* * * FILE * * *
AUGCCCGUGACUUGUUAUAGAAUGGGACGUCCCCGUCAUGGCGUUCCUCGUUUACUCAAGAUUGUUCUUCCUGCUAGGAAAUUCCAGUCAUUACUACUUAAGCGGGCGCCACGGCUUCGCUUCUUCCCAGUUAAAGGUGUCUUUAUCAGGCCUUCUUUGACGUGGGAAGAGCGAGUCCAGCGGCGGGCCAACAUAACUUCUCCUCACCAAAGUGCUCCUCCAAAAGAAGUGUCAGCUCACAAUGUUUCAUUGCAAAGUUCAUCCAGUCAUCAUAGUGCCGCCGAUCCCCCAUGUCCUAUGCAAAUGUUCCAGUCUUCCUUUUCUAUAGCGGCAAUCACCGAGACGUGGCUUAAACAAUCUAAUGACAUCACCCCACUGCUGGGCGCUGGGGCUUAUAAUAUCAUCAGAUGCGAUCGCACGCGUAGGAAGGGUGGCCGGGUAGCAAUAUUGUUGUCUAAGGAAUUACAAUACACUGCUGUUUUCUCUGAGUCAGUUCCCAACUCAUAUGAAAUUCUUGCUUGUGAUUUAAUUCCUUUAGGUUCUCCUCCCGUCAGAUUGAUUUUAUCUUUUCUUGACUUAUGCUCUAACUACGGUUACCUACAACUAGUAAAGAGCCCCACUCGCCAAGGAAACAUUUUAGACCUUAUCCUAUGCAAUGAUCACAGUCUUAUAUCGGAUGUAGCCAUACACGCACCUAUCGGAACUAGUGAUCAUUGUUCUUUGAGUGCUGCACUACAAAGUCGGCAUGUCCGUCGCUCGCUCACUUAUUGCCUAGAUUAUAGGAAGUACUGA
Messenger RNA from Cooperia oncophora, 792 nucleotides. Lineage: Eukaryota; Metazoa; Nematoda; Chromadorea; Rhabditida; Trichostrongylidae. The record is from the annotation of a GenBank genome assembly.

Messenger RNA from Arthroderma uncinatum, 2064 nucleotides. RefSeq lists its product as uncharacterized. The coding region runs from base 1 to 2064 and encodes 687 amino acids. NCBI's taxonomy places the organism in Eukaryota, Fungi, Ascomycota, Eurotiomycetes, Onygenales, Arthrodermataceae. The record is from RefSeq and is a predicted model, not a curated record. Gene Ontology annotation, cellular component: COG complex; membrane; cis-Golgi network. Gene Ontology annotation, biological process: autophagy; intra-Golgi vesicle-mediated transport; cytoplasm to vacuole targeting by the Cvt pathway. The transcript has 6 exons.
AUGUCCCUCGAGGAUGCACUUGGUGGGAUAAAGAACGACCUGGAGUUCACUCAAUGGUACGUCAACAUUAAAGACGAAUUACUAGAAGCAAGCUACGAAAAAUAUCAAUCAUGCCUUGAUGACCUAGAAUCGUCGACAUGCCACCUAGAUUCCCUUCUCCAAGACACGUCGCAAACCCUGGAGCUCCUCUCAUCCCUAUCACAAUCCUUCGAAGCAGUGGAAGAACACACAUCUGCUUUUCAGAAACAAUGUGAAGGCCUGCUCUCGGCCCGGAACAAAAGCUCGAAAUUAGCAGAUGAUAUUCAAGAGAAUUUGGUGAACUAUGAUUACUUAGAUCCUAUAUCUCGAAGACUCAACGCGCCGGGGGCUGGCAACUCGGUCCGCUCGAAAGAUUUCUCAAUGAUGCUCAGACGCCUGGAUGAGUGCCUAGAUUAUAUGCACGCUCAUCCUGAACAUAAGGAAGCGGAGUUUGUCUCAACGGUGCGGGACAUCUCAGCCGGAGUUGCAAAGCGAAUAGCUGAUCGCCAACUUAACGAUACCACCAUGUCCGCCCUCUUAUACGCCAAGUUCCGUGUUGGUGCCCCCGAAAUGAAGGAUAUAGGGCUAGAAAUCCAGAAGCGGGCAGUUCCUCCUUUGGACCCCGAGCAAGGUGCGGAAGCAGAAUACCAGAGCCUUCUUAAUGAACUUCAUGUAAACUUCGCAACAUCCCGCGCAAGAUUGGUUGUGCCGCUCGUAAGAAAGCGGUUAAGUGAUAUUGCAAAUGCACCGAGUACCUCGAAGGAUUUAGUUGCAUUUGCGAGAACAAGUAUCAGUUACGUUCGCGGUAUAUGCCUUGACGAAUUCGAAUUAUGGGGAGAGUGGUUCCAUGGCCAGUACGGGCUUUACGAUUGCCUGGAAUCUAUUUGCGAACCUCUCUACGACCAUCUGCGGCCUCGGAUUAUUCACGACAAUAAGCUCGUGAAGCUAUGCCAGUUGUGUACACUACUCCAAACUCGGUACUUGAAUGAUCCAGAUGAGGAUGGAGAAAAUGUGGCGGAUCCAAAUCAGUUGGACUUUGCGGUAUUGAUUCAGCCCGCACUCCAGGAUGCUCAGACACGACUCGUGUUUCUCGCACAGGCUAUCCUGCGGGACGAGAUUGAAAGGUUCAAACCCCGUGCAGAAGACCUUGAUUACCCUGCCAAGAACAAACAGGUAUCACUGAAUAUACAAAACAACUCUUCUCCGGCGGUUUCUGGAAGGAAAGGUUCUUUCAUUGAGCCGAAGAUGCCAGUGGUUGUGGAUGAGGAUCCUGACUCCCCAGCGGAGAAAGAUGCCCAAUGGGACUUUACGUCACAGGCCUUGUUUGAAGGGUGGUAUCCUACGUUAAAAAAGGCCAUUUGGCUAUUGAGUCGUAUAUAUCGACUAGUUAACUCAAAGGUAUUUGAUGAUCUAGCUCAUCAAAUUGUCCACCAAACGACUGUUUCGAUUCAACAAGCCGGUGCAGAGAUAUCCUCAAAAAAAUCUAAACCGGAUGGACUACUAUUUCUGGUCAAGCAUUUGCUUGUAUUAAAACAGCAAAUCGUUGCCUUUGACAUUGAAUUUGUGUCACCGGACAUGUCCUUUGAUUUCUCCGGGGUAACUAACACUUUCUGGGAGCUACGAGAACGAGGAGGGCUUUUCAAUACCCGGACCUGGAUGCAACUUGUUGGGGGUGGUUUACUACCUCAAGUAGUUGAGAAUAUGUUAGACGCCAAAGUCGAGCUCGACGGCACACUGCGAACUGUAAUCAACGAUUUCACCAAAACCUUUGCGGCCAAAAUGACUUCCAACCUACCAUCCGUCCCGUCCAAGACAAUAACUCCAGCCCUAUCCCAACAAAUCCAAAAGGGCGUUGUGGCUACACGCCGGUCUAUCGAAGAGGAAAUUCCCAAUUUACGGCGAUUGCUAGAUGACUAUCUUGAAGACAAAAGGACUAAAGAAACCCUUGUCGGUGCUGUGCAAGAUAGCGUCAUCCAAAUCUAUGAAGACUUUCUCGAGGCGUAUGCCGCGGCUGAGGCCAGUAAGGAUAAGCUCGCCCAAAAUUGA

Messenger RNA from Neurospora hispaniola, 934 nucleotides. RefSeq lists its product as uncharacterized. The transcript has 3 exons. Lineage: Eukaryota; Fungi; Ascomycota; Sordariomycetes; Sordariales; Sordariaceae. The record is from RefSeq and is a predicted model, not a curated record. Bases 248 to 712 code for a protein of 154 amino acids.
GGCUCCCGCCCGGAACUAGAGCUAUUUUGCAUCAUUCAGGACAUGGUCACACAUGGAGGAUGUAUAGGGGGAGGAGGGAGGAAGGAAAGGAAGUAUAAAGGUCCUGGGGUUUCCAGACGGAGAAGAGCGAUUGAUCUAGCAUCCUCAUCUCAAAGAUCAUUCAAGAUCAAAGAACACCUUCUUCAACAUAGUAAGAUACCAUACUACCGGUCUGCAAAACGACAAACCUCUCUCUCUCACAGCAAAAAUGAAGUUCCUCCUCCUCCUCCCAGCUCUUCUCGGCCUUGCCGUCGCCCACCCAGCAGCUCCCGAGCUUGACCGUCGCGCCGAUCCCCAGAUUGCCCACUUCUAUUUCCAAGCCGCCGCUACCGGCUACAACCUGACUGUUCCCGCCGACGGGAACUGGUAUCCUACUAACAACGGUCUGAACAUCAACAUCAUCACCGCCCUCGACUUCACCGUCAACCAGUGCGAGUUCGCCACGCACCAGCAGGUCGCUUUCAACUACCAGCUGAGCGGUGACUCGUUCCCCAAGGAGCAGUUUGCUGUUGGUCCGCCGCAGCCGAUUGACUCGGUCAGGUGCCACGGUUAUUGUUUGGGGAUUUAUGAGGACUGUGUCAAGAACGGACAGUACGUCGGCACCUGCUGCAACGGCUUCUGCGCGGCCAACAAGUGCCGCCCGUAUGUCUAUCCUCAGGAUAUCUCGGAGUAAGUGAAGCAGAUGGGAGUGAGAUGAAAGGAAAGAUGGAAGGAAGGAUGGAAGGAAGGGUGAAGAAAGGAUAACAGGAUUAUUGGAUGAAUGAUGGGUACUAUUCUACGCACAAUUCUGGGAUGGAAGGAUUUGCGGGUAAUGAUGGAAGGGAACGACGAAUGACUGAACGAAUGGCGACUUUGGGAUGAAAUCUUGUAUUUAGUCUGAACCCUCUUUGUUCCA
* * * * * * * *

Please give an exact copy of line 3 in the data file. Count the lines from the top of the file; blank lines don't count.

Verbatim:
Messenger RNA from Arthroderma uncinatum, 2064 nucleotides. RefSeq lists its product as uncharacterized. The coding region runs from base 1 to 2064 and encodes 687 amino acids. NCBI's taxonomy places the organism in Eukaryota, Fungi, Ascomycota, Eurotiomycetes, Onygenales, Arthrodermataceae. The record is from RefSeq and is a predicted model, not a curated record. Gene Ontology annotation, cellular component: COG complex; membrane; cis-Golgi network. Gene Ontology annotation, biological process: autophagy; intra-Golgi vesicle-mediated transport; cytoplasm to vacuole targeting by the Cvt pathway. The transcript has 6 exons.